“The Year in Books” / Publishers Weekly / Karen Holt / November 7, 2005

This isn't a bestseller list, though some of the books are bestsellers. Nor is it, for the most part, a list of what we consider to be the best books of the year, though we are taking the opportunity to mention some titles we think deserve attention. What we offer here is our somewhat arbitrary, but entirely heartfelt, take on the year in books.

Like just about everyone, we tend to look for trends. Some are obvious. This year seemed to bring an unusual number of terrific memoirs by unknowns, or not-very-well knowns. The majority involved a combination of at least two of the following: alcoholism, troubled family relationships, the Kennedys. Not surprisingly, books about Iraq also figure heavily in publishers' lists this year. And then there is Scott Peterson, who, with the help of several women (most notably Judith Regan) has become a one-man book trend.

Some of our lists are based on less obvious connections. We noticed, for example, that several authors this year followed up very successful books with similar titles. The follow-ups are selling well, well enough to make PW 's bestseller lists, but none appear to be headed for the blockbuster territory inhabited by the earlier books. We also noticed that some debuts, mostly novels, were getting a lot of noise. In some cases the hype actually worked.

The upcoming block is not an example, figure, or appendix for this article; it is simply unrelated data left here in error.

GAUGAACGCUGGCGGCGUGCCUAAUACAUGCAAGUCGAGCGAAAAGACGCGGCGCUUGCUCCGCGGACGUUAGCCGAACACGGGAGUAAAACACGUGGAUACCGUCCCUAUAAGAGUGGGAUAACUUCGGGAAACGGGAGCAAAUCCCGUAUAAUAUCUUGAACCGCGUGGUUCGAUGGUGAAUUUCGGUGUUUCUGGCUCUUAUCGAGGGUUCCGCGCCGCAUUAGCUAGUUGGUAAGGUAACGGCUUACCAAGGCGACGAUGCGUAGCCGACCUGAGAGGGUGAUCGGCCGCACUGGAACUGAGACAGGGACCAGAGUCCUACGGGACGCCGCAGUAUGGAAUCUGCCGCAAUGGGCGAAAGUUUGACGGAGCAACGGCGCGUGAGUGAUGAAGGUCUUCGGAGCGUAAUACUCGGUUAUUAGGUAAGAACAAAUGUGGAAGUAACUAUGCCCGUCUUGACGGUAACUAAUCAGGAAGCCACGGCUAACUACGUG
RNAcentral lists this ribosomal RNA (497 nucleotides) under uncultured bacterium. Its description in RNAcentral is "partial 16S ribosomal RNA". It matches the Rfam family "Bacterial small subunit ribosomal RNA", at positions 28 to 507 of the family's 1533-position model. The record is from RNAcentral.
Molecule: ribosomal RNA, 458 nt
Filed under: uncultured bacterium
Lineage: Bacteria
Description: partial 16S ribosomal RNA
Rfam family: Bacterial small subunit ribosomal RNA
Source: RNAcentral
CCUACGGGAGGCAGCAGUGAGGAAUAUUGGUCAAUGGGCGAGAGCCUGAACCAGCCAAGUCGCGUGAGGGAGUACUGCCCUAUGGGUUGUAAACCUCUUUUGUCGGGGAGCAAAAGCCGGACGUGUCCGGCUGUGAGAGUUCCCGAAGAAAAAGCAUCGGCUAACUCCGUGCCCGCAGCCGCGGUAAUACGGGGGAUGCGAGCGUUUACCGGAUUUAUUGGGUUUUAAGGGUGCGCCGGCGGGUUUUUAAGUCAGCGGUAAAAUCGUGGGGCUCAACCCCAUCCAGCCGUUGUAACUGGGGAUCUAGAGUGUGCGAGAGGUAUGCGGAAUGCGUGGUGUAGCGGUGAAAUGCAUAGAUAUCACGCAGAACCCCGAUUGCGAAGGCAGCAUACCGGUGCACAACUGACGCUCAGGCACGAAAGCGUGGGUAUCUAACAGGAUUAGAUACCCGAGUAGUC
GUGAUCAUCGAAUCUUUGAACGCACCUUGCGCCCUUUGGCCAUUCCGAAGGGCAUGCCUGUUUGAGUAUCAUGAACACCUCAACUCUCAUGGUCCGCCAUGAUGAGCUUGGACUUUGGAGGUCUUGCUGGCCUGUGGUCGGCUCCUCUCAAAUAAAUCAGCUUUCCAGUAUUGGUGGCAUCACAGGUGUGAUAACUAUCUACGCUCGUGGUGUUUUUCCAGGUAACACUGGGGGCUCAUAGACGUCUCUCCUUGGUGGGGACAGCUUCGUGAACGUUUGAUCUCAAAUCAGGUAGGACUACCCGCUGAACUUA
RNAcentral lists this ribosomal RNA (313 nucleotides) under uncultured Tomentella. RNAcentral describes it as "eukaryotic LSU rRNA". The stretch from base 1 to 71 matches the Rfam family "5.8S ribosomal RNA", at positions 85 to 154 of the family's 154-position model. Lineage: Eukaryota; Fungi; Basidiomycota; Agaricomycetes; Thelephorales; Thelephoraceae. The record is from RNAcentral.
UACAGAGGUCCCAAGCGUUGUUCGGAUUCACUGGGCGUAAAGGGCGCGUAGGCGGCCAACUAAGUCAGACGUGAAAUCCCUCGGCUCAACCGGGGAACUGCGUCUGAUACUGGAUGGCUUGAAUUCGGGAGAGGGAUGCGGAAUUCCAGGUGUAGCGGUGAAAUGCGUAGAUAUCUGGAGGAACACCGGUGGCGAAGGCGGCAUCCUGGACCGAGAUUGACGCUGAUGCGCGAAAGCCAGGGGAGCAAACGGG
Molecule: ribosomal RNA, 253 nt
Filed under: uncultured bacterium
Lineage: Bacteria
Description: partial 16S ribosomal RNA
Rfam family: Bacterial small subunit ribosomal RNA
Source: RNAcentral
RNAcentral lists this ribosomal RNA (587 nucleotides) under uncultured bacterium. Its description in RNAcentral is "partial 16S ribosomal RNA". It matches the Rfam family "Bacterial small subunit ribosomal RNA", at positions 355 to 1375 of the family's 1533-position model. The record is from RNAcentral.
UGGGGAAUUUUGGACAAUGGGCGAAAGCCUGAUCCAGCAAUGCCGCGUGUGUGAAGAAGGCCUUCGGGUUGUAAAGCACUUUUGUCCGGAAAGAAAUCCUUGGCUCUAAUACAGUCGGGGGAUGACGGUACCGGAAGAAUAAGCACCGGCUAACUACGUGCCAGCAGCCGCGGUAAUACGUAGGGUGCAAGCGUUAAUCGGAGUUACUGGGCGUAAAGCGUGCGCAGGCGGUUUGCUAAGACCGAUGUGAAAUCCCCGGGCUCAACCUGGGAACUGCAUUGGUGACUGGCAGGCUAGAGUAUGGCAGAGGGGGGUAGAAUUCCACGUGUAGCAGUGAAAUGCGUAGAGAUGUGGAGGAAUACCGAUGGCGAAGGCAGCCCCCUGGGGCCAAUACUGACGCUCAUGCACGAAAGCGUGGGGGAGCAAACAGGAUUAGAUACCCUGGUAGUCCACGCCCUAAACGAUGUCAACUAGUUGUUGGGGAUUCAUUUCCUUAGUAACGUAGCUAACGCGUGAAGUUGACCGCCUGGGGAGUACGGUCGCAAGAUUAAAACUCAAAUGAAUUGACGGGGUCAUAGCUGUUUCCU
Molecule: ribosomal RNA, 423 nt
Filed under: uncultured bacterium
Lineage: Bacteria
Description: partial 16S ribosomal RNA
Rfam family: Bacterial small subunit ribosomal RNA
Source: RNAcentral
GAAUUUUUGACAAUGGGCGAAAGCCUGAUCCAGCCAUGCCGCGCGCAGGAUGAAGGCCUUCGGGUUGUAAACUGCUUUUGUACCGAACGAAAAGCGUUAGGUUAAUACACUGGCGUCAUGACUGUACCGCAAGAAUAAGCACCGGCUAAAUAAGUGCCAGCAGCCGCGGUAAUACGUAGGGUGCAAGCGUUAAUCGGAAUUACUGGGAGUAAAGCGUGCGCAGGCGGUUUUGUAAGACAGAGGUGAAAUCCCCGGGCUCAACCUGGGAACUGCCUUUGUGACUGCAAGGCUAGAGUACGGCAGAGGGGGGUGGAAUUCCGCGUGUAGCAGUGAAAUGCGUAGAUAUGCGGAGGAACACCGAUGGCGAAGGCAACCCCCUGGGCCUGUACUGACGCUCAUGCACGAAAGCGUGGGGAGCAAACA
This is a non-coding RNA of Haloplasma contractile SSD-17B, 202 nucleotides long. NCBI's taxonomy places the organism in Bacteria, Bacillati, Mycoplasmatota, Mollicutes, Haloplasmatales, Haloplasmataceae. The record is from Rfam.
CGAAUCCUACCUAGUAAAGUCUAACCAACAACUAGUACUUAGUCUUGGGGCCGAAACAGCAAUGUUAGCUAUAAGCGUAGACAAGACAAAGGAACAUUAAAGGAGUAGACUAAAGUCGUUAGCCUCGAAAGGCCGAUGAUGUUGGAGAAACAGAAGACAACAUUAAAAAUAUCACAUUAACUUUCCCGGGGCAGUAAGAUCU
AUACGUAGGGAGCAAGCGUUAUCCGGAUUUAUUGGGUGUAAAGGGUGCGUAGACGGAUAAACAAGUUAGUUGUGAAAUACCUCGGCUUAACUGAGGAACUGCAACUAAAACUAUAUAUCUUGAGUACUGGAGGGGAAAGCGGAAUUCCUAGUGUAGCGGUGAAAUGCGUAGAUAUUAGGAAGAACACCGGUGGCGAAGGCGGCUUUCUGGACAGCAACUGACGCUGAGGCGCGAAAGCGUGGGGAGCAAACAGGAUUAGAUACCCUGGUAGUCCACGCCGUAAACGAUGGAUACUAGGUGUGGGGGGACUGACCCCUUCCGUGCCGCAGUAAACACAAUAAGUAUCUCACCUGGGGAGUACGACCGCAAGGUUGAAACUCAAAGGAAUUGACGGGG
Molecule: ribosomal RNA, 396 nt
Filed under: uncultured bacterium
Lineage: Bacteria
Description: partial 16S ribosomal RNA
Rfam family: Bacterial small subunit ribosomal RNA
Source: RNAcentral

Books with titles we think are kind of funny got their own list, though calling colorful titles a trend is probably a stretch. After all, despite a tendency to copycat their competitors and themselves (witness all those novels about young women and their fabulous, terrible jobs), publishers still publish books, not trends.

Which is why we couldn't hold ourselves to offering proper lists and instead include categories that only encompass a single title. A sensational sports tell-all that led to serious reform, a "comeback" novel published before the author turned 30, a cautionary tale about a brand of teenage sex parties that may or may not exist and a book of wacky medical claims that's selling in the millions all seem like singular (if in some cases dubious) accomplishments.

[D&Q mention:]

From the Front Lines

Baghdad Journal: An Artist in Occupied Iraq , Steve Mumford (Drawn & Quarterly)

A painter's vision of a country at war.

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